Ephesians

Heaven is not a perfect place

Heaven is not a perfect place

Note: It’s not very common to post writings from others on my own blog, but I have done it a few times in the past as a way of revealing my joy in exposing the profound observations of others. Tom is a dear friend, parishioner, and a capable student of the Bible. He took a single thought from a sermon of mine and developed it to something much better than I could have written.

Guest post by Tom Robertson

“…as it is my eager expectation and hope that I will not be at all ashamed, but that with full courage now as always Christ will be honored in my body, whether by life or by death. For to me to live is Christ, and to die is gain. If I am to live in the flesh, that means fruitful labor for me. Yet which I shall choose I cannot tell. I am hard pressed between the two. My desire is to depart and be with Christ, for that is far better.” –The Apostle Paul

“Heaven is the blueprint; earth the raw material.” Uri Brito

Uri Brito is the pastor (my pastor) at Providence Church in Pensacola. The quotation above comes from a sermon he preached a few Sundays ago. The Apostle Paul is familiar to you all. His words were written nearly 2000 years ago from an Ephesian prison. I believe Uri’s illustration may be a little unsettling to the average Christian, especially when compared with Paul’s description of Heaven as “gain” and “far better.” Now, no one believes Pastor Brito is talking about mere drawings and measurements. However, he is at a minimum suggesting that Heaven is a kind of starting point and not the finished product. After all, a blueprint is the plan, not the dwelling place. If this is true, then it follows that Heaven is imperfect. And this sounds a bit alarming.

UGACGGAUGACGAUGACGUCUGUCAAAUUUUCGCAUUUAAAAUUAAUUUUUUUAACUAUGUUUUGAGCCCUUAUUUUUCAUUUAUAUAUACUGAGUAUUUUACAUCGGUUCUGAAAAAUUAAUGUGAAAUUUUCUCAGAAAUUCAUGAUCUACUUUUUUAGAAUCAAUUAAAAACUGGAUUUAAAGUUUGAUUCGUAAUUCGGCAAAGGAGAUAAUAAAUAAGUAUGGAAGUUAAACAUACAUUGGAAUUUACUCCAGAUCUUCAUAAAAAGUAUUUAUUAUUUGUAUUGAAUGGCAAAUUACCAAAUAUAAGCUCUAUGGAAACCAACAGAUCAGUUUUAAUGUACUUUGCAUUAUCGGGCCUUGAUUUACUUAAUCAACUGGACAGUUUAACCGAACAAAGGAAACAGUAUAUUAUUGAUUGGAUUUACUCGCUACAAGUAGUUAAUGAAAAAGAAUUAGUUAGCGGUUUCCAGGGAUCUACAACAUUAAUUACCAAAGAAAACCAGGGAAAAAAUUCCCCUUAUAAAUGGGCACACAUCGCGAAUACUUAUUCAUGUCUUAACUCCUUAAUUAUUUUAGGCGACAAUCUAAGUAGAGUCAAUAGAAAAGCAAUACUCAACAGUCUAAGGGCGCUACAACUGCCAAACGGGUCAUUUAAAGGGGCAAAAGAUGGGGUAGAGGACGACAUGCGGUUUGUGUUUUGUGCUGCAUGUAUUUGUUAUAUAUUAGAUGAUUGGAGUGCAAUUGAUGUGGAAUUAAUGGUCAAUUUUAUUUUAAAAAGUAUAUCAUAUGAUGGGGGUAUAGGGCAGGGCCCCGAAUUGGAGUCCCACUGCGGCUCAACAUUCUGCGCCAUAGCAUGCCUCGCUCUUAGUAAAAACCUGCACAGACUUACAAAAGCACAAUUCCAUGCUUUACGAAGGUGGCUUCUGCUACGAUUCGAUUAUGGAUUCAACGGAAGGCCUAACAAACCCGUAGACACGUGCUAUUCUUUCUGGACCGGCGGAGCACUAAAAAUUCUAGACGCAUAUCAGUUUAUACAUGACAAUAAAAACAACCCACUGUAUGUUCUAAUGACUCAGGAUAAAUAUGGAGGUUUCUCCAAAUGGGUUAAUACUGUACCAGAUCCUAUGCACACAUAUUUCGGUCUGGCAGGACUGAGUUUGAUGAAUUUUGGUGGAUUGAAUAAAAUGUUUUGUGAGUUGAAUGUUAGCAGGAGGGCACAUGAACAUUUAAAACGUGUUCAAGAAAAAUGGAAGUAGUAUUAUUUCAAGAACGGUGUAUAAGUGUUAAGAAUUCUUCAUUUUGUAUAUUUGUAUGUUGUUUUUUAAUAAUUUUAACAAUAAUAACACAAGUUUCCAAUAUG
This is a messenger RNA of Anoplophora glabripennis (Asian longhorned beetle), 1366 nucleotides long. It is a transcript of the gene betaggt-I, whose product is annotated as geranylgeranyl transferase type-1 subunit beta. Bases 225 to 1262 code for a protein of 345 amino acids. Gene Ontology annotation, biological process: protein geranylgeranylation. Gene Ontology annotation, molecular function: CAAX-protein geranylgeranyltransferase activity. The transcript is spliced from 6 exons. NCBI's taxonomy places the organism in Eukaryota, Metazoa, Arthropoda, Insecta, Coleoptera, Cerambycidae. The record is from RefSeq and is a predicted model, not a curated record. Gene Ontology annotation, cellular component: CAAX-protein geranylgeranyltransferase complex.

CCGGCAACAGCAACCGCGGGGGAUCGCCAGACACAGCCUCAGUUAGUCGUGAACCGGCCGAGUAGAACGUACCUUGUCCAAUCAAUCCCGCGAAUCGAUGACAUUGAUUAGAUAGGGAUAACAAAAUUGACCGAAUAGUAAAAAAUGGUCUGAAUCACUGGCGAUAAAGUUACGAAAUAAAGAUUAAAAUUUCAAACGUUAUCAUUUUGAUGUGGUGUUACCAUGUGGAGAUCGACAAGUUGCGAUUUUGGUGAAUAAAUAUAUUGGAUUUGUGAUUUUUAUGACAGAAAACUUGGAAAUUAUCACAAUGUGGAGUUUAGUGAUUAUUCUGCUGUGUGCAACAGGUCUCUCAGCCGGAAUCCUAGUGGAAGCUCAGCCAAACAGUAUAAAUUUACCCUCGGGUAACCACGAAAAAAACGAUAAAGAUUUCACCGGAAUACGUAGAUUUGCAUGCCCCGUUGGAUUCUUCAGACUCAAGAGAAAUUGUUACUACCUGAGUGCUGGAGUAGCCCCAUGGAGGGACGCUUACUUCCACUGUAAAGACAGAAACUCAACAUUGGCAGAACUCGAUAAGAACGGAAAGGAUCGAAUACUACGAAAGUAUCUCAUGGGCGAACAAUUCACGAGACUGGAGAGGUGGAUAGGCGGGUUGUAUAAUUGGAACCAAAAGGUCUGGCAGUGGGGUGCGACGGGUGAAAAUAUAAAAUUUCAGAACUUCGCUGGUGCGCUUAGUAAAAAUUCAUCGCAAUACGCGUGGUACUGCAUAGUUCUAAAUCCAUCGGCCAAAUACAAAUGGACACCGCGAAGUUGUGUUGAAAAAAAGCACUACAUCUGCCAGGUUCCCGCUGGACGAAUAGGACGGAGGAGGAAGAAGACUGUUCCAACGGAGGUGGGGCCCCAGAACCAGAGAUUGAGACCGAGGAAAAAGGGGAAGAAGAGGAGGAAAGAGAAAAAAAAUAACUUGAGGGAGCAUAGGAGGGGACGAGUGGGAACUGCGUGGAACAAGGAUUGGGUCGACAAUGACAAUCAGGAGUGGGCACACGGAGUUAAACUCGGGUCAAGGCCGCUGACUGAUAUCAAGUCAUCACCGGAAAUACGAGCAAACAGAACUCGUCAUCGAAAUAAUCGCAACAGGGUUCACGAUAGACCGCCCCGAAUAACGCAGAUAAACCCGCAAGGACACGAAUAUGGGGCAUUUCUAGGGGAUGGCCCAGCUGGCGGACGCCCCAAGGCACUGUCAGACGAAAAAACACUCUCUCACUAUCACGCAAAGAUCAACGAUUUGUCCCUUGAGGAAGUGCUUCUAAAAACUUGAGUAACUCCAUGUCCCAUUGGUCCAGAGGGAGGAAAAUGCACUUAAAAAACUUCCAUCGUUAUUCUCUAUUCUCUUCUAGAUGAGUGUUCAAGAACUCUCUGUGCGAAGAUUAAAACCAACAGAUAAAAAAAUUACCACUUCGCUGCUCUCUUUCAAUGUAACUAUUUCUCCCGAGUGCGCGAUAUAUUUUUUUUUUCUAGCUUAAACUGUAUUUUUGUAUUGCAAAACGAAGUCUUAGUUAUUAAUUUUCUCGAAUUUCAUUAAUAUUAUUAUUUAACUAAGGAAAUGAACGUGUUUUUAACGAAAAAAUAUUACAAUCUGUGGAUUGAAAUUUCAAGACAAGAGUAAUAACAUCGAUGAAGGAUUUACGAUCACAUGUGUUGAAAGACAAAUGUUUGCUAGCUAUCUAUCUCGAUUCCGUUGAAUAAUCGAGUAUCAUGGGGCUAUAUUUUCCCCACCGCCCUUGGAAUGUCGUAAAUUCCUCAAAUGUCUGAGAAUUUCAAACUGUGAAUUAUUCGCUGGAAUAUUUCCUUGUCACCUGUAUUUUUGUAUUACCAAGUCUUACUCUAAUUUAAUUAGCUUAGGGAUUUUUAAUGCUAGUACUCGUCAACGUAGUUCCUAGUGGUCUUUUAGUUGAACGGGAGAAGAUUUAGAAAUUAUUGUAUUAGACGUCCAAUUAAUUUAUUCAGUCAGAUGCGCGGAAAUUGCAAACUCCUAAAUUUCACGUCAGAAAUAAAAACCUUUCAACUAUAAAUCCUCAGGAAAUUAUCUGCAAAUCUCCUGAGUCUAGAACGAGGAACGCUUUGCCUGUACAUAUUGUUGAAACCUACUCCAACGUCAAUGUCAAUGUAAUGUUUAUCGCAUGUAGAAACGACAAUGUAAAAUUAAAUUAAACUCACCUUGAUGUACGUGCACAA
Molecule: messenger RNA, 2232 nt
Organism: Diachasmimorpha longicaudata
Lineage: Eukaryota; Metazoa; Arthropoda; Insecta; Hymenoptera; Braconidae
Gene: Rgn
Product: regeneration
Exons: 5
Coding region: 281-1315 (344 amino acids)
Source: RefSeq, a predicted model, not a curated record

A Place Where No Storm Clouds Rise?

Most of us – at least most of us in “the South” – grew up singing songs that promised we’d leave this world and fly to a place of eternal and undiminished joy. Our understanding was that Earth is toilsome, a place where we must spend “just a few more weary days.” We all thought Heaven to be a place where “no storm clouds rise”, where “joy shall never end”, “no tears ever come again.” Heaven was not a mere temporary lodging. Yet, scripture teaches that Christians will live in a new heavens and a new earth forever and ever. In fact, all things will be made new (Rev 21:5). We ourselves will be made new; our resurrected and glorified bodies will be fit to enjoy a renewed cosmos (Phil 3:21).

So, we will not live forever in Heaven. In fact, Heaven and Earth were never intended to exist forever as separate places. The plan was always for a unity (See Gen 1 and 2, Acts 4:21, Phil 3:20-21, Col 1:20, Rev 21 and 22). At the moment, however, we are in the midst of a cosmos which has undergone what C.S. Lewis described as The Great Divorce. When Adam sinned creation “fell”; Heaven and earth were “torn asunder” with all the resulting pain and consequences of a divorce.